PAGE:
expertise that we lack, which is usually the case. If we’re dealing with, say,
an old Armenian scroll and we’re creating a digital version of that, we may need
to talk to language and subject experts to figure out how that will be most
useful to its users.
[2:52] Sometimes that’s an area of technical concern. Very often, as we’re dealing
with, right now, a big topic for us is research data. Our scientists especially
produce enormous research data sets, and in the arts and humanities, it’s very
common now to use multiple sources of data, so there may be news video
feeds, there may be GIS information, and those may come together in a research
[3:22] Very often, within the library itself, we have to manage that asset, or a
group of assets, but we need to look outside to a particular technical expert to
help guide us on the best way to do that. That second stage is sort of outside
review and approval, and then we always try to have a hedge, some strategy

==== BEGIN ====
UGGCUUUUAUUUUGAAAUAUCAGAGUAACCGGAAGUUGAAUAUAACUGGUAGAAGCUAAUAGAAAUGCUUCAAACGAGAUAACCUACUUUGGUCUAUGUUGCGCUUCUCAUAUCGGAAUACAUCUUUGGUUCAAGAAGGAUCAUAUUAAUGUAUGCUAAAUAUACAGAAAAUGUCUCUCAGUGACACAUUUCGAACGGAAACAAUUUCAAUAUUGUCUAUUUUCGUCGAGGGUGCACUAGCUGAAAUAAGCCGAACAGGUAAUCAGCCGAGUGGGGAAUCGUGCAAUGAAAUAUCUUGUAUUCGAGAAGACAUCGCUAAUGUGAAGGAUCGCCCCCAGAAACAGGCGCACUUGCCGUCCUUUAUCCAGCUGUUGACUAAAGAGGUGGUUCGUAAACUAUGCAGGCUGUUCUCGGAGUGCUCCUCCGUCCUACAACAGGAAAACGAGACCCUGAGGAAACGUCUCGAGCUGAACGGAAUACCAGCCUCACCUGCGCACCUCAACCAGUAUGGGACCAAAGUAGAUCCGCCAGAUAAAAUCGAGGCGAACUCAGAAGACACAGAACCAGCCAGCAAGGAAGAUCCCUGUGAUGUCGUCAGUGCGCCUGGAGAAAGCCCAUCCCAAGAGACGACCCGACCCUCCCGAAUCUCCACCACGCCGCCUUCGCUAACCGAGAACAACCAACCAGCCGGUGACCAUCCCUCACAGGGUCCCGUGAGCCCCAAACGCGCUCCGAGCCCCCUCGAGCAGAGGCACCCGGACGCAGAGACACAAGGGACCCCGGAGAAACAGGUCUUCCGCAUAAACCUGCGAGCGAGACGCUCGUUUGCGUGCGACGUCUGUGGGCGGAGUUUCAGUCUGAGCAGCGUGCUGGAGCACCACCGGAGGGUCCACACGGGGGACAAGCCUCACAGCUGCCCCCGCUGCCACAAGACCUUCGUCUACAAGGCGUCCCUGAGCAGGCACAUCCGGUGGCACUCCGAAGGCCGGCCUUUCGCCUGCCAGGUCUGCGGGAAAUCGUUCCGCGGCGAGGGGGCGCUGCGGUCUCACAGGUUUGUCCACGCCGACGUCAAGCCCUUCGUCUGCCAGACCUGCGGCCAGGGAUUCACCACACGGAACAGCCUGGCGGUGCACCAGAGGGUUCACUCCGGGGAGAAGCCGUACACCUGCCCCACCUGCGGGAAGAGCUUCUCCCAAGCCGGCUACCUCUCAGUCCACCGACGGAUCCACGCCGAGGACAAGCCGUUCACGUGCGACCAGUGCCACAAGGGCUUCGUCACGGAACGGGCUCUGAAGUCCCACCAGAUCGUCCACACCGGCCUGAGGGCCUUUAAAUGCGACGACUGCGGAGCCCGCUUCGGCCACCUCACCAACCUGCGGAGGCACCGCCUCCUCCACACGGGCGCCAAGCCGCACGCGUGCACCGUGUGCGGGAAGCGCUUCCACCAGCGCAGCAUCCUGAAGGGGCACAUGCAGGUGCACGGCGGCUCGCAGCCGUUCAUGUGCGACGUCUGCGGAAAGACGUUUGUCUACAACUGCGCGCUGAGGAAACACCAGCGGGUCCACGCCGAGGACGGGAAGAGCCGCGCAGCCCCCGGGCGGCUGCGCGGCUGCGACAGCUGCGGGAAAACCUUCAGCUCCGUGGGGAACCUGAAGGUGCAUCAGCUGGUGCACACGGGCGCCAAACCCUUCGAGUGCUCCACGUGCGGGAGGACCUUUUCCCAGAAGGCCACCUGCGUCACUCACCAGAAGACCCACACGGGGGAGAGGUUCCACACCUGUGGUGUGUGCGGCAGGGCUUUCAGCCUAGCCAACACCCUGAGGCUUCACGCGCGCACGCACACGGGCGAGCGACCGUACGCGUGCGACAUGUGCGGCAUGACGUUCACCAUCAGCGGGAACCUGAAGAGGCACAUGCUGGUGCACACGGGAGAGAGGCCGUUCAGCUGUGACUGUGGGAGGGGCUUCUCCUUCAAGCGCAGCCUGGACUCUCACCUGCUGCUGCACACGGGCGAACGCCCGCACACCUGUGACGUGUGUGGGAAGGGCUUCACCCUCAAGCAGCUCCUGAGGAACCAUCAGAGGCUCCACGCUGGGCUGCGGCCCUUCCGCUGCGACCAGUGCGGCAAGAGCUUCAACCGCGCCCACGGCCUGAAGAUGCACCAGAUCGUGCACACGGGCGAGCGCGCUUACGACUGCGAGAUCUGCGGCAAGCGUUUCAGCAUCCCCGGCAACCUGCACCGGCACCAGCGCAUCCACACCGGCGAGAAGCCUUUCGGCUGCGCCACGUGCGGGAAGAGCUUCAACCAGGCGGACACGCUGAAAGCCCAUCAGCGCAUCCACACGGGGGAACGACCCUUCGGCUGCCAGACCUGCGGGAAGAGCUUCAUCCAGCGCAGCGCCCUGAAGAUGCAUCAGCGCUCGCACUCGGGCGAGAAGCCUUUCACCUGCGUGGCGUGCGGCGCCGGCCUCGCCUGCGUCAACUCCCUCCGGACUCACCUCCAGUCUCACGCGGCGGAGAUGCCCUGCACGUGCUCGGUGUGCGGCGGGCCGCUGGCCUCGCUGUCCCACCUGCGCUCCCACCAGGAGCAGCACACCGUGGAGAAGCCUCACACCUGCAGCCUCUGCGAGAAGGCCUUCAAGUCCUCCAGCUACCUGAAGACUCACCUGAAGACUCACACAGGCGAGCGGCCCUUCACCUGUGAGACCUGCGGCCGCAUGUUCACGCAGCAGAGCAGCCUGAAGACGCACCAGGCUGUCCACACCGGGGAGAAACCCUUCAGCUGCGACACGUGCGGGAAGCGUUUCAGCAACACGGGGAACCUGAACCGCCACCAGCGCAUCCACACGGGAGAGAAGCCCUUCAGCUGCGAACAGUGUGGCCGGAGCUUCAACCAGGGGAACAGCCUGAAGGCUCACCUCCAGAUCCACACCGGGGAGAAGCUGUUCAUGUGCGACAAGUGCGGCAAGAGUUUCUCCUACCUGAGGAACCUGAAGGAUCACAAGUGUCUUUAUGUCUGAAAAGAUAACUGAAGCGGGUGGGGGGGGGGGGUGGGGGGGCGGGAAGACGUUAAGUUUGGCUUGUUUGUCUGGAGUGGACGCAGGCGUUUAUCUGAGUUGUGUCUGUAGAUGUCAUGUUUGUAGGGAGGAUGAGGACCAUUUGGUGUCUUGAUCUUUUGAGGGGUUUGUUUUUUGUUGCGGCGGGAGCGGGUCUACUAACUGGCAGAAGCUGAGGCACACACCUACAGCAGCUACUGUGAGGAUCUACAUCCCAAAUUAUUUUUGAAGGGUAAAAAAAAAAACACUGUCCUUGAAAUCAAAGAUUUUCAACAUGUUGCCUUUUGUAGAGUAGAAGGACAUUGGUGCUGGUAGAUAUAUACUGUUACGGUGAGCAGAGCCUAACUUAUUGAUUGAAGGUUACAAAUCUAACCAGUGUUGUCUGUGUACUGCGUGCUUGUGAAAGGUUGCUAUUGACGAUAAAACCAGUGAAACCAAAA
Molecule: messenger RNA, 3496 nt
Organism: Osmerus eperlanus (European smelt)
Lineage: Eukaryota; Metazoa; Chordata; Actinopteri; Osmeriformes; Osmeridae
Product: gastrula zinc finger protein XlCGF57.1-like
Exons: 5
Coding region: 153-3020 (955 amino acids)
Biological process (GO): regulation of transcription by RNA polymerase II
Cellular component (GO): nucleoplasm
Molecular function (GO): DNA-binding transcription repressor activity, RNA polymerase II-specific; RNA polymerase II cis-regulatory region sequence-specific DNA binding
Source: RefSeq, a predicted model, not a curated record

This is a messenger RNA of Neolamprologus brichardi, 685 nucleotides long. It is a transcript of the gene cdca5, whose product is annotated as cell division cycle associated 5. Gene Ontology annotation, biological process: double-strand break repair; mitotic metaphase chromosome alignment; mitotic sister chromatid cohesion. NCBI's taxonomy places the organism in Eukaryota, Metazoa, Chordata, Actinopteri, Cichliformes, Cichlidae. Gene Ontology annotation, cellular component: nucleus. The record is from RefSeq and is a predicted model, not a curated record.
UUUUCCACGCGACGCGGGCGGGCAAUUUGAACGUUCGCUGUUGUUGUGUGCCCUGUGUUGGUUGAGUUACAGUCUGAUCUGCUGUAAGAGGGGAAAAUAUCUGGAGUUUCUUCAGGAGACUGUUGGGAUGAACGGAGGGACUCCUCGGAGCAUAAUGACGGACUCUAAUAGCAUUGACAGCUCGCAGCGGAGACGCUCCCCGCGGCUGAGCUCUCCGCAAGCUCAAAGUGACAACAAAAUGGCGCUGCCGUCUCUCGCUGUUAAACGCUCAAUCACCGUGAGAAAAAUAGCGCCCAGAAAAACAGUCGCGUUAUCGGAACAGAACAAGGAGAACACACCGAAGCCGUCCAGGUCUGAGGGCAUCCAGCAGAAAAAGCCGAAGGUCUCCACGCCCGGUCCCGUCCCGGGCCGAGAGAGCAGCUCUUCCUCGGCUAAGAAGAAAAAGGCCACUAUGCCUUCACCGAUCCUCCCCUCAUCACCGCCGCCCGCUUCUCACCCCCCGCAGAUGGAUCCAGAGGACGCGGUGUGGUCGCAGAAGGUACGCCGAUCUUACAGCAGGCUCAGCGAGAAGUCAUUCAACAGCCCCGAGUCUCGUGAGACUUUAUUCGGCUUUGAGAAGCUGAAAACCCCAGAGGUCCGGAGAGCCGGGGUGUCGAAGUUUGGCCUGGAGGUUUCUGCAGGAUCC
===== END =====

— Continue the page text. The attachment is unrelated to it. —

in case things go wrong. Sometimes that’s as simple as just retaining a previous
[3:49] Sometimes that’s retaining an alternate format, so video is an area right
now where we know what formats are good for use right now, but we’re very
much uncertain about what formats will be good for use and repurposing even
five years from now, and sometimes an alternate format is simply the authentic
artifact. We may scan a photo, and we may do a lot of work with that scanned
digital version, but, of course, we’re going to keep the original photo.
[4:20] Sometimes that’s identifying a third party provider that we can fall back
on. Especially as we work with publishers, we’re often licensing content to make
available to our users, so we do certain things to care for that content, but then
we will also arrange with that publisher and a third party.
[4:36] A group like Portico is an example, and the LOCKSS Project, or the
CLOCKSS Project. That stands for “Lots of Copies Keep Stuff Safe.” That’s a
group that operates out of Stanford. They both work with libraries and publishers
to be a third party archiving service, so there’s always a third group that can
[4:55] We always try to have some sort of hedge, knowing that we’re kind of
planning for the future, and, of course, that planning for the future part is, in
some ways, the thing we do least, day to day.
[5:08] We have a job just like everybody else, but it’s part of what makes the job
so fantastic, that we’re building this collection, or record, or last resort, and, of
course, the materials we get to work with are incredible artifacts, this wonderful
digital versions of them, and now, increasingly, the born digital research projects
of some of the best and brightest.